It should now be apparent to those skilled in the art that in the system of FIG. 1, the control circuit 30 regulates the generator output voltage to produce a first DC voltage between the DC link conductors under normal operating conditions and to produce a second DC link voltage between the DC link conductors under fault conditions. Under normal conditions, the transistor 54 in boost converter 46 is off and the first DC link voltage is transferred to the auxiliary power supply bus conductors 62 and 64. Under fault conditions, switching transistor 54 is periodically turned on and off, thereby boosting the second DC link voltage level to produce a boosted DC voltage on auxiliary bus conductors 62 and 64. In one embodiment, the magnitude of this boosted second DC voltage may be substantially equal to the first DC link voltage, that occurs during normal system operation.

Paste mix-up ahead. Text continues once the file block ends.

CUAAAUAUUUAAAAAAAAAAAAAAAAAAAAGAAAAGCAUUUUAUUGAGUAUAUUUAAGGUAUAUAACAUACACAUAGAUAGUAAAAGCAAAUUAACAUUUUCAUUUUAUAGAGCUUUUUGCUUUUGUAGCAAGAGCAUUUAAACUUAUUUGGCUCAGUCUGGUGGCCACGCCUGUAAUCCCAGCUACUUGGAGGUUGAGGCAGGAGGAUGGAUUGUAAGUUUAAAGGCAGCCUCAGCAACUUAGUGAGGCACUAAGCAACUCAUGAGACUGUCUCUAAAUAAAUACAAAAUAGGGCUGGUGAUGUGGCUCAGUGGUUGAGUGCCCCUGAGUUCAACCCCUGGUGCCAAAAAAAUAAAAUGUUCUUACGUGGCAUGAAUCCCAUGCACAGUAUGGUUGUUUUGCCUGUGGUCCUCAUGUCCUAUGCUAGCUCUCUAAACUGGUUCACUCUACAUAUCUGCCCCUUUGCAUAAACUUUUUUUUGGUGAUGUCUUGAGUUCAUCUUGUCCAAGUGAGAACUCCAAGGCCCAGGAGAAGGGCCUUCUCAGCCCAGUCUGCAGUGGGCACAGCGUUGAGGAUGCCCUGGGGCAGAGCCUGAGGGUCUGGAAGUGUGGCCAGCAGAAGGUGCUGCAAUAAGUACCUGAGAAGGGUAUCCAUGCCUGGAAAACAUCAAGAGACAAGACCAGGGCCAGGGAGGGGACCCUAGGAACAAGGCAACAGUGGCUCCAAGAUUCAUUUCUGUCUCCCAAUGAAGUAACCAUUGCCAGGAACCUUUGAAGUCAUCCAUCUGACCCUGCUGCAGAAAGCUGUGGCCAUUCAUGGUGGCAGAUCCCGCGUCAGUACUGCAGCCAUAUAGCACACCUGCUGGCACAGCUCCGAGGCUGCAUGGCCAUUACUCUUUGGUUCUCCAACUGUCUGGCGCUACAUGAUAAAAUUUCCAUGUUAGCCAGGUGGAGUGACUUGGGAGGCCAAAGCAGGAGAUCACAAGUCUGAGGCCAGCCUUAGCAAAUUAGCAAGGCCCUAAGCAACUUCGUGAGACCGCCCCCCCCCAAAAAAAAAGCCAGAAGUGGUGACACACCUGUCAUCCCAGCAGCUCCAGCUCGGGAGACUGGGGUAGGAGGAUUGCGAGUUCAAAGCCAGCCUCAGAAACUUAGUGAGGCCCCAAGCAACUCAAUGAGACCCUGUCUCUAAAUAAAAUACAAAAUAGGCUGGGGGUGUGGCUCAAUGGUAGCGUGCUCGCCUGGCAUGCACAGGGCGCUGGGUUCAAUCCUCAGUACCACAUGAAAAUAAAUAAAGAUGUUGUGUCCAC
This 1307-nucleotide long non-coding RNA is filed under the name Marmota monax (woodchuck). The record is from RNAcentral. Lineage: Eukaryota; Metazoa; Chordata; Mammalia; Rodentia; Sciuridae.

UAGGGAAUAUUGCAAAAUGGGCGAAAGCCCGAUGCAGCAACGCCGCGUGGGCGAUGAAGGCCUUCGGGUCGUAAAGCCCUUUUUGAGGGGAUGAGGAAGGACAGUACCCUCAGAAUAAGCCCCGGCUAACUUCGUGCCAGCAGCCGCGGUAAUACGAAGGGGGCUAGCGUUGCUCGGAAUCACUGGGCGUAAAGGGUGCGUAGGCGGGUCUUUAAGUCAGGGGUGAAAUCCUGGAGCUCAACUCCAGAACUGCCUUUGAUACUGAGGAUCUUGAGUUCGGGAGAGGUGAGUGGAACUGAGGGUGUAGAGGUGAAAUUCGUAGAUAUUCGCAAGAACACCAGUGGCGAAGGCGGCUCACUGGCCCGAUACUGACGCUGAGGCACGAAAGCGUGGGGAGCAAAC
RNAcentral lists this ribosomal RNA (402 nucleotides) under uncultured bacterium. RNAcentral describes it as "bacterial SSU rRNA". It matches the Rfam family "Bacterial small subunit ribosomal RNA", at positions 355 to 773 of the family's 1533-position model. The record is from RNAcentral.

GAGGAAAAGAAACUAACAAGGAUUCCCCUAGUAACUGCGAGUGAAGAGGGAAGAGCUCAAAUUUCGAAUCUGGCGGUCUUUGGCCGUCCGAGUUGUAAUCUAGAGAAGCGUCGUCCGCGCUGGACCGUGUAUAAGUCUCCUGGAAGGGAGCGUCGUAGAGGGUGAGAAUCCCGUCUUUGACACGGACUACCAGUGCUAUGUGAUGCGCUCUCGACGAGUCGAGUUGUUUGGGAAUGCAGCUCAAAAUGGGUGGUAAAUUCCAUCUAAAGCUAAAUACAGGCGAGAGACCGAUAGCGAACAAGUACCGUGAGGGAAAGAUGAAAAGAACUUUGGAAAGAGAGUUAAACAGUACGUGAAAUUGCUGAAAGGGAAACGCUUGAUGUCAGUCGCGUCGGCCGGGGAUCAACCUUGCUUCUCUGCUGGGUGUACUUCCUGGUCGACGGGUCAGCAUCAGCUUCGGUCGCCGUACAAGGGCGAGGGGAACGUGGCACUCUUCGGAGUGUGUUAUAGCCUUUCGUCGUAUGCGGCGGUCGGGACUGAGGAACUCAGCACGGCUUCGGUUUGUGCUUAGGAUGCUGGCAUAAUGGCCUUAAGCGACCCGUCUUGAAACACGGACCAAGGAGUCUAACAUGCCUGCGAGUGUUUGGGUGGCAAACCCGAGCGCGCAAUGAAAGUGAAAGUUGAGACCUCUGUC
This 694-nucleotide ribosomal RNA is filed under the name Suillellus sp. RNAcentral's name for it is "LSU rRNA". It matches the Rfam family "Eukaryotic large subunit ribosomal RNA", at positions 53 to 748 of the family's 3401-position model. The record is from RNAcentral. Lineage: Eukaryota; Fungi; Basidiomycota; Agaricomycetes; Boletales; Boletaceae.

Although the present invention has been described in terms of what is at present believed to be its preferred embodiment, it will be apparent to those skilled in the art that various changed may be made without departing from the scope of the invention. It is therefore intended that the appended claims cover such changes.
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|U.S. Classification||363/51, 363/37, 307/86, 363/35, 307/82|
|International Classification||H02P9/00, H02J3/36, H02H7/122, G05F1/00, H02M5/45|
|Cooperative Classification||Y10T307/729, Y10T307/707, H02J3/36, H02M5/45|
|European Classification||H02M5/45, H02J3/36|
|Oct 23, 1987||AS||Assignment|
Owner name: WESTINGHOUSE ELECTRIC CORPORATION, WESTINGHOUSE BU
Free format text: ASSIGNMENT OF ASSIGNORS INTEREST.;ASSIGNOR:BROWN, STUART C.;REEL/FRAME:004782/0055
Effective date: 19871019
Owner name: WESTINGHOUSE ELECTRIC CORPORATION, A CORP. OF PA.,
Free format text: ASSIGNMENT OF ASSIGNORS INTEREST;ASSIGNOR:BROWN, STUART C.;REEL/FRAME:004782/0055
Effective date: 19871019
|Oct 7, 1991||FPAY||Fee payment|
Year of fee payment: 4
|Sep 21, 1992||AS||Assignment|
Owner name: SUNDSTRAND CORPORATION, ILLINOIS
Free format text: ASSIGNMENT OF ASSIGNORS INTEREST.;ASSIGNOR:WESTINGHOUSE ELECTRIC CORPORATION;REEL/FRAME:006264/0897
Effective date: 19920823
|Sep 29, 1995||FPAY||Fee payment|
Year of fee payment: 8
|Jan 28, 2000||FPAY||Fee payment|
Year of fee payment: 12